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Grand Canyon National Park Superintendent Steve Martin Receives Resource Stewardship Award

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Superintendent Steve Martin inspecting the results of the 2008 High Flow Experiment.  In the background, is a new beach area created by the high flow; and in the foreground, the 2008 Intermountain Region Superintendent of the Year Award.
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Date: June 1, 2009
Contact: Shannan Marcak, 928-638-7958

Grand Canyon, Ariz. – On May 13, at a recent meeting of area superintendents, Grand Canyon National Park (GRCA) Superintendent Steve Martin received the Regional Director’s Superintendent of the Year Award for Natural Resource Stewardship from Intermountain Regional Director Mike Snyder.

This prestigious award is an annual recognition for outstanding contributions in natural resource management by a National Park Service (NPS) superintendent.  According to a congratulatory letter from Regional Director Snyder sent out when the award was announced, Superintendent Martin’s award acknowledges his “exemplary commitment to conservation leadership in the National Park Service.”   

The letter went on to say that Superintendent Martin has “revitalized the National Park Service’s role in the Glen Canyon Dam Adaptive Management Program (AMP) process”, a primary reason why he received this year’s award.  According to Regional Director Snyder, “by taking immediate action and bringing together key agency and departmental leaders,” Martin was “able to influence a collaborative decision to move forward with the high flow” which occurred in March of 2008.  Prior to Superintendent Martin’s arrival at the Grand Canyon in spring of 2007, another high flow experiment at Glen Canyon Dam had not been anticipated for several years.

High Flow Experiments are intended to inform managers about the effectiveness of using high flows from Glen Canyon Dam to improve natural, recreational, and cultural resources in Grand Canyon National Park.  Current science indicates that higher than normal flows, such as those that would have naturally occurred during spring run-off prior to the existence of the dam, are required to deposit sand up and onto eroded Grand Canyon sandbars.  These sandbars serve as camping beaches for river runners and hikers, provide sediment needed to protect archaeological resources from erosion and weathering, and create habitats used by native fishes, particularly the endangered humpback chub (Gila cypha), and other wildlife. The experimental high flows are designed to build upon existing scientific knowledge to inform managers about the efficacy of using high flows from the dam to mimic the natural conditions that create these sandbars and backwaters.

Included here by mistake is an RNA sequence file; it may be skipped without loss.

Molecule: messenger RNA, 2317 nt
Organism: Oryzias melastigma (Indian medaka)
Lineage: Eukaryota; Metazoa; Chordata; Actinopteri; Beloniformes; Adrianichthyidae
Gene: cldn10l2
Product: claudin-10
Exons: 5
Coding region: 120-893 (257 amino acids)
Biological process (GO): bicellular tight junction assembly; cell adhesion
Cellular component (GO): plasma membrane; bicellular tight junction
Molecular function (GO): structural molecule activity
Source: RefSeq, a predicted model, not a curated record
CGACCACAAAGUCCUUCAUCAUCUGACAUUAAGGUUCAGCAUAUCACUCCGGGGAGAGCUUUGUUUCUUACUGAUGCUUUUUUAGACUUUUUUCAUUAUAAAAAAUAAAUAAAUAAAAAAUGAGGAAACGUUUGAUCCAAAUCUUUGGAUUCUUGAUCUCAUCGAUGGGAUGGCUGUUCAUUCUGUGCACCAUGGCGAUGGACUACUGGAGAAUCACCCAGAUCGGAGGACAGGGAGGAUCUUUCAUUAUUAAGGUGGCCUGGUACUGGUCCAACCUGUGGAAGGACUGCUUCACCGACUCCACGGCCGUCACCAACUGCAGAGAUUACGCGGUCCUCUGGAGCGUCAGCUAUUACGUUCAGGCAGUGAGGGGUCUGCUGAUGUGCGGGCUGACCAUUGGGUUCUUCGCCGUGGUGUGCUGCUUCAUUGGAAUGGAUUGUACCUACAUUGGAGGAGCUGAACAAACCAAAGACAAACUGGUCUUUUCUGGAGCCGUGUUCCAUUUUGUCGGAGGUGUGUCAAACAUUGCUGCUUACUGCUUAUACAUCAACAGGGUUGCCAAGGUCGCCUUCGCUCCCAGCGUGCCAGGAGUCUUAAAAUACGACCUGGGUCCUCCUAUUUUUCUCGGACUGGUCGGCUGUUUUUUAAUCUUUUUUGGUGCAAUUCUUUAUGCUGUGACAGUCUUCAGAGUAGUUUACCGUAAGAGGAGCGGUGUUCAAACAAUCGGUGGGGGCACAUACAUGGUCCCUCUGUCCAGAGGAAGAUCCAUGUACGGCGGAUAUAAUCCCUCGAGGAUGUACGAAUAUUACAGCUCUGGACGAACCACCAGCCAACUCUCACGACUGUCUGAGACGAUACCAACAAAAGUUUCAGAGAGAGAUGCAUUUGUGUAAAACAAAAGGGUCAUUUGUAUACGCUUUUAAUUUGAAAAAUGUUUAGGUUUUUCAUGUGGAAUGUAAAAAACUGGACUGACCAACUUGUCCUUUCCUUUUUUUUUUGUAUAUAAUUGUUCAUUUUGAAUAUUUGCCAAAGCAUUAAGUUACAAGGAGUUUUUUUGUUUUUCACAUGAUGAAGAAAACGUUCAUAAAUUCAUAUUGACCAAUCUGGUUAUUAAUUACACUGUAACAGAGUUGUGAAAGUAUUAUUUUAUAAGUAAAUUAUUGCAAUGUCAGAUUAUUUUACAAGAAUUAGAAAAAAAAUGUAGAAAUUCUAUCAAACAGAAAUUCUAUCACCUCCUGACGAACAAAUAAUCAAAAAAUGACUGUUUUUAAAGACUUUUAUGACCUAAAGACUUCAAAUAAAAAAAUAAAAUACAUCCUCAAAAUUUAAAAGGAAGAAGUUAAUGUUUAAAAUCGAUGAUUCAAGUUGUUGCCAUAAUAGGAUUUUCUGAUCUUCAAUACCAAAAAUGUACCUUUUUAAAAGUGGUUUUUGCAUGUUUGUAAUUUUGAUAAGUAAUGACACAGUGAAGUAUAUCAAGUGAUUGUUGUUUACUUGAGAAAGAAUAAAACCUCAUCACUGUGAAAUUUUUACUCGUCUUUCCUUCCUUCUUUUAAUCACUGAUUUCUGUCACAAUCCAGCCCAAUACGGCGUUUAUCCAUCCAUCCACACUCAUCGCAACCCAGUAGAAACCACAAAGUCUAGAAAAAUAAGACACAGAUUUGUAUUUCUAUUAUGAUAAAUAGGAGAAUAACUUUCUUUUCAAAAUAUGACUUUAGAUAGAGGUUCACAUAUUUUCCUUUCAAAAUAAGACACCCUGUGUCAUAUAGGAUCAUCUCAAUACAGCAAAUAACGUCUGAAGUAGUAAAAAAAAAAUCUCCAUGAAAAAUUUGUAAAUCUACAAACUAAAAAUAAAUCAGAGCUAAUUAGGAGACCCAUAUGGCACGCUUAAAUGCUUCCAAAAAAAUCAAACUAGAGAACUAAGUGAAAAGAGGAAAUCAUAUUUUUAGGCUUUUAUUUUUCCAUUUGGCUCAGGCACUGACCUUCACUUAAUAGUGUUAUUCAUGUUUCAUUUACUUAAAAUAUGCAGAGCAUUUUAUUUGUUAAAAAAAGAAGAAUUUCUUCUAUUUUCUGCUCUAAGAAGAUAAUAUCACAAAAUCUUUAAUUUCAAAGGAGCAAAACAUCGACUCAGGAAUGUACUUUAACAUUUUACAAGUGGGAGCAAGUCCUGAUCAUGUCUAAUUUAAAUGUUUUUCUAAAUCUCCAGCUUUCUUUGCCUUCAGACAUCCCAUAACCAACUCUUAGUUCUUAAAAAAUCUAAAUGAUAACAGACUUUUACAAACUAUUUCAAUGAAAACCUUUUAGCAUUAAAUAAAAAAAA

Throughout his 34 years in the NPS, Mr. Martin has been recognized as a champion of natural resource management, both at the field level and as a senior manager.  As Regional Director Snyder said when he handed Martin his award, “your commitment to science-based decision-making and adaptive management have made a great contribution to the Service and the natural resources at Grand Canyon, and provide a superb example for others to follow.”  Congratulations Superintendent Martin.

For more information, please contact Grand Canyon Public Affairs Specialist Shannan Marcak at 928-638-7958.  For more on the 2008 High Flow Experiment, please visit the park’s web site at http://www.nps.gov/grca/naturescience/high_flow2008.htm.

-NPS-

 
To download a copy of this news release with embedded photo in .pdf format, CLICK HERE.

Did You Know?

NEVER APPROACH WILD ANIMALS

The elk found within Grand Canyon National Park weigh as much as 1,000 pounds (450 kg), and have been known to injure people who approach them. Never approach wild animals. It is dangerous, and illegal, to feed the wild animals in a national park. Violators will be fined.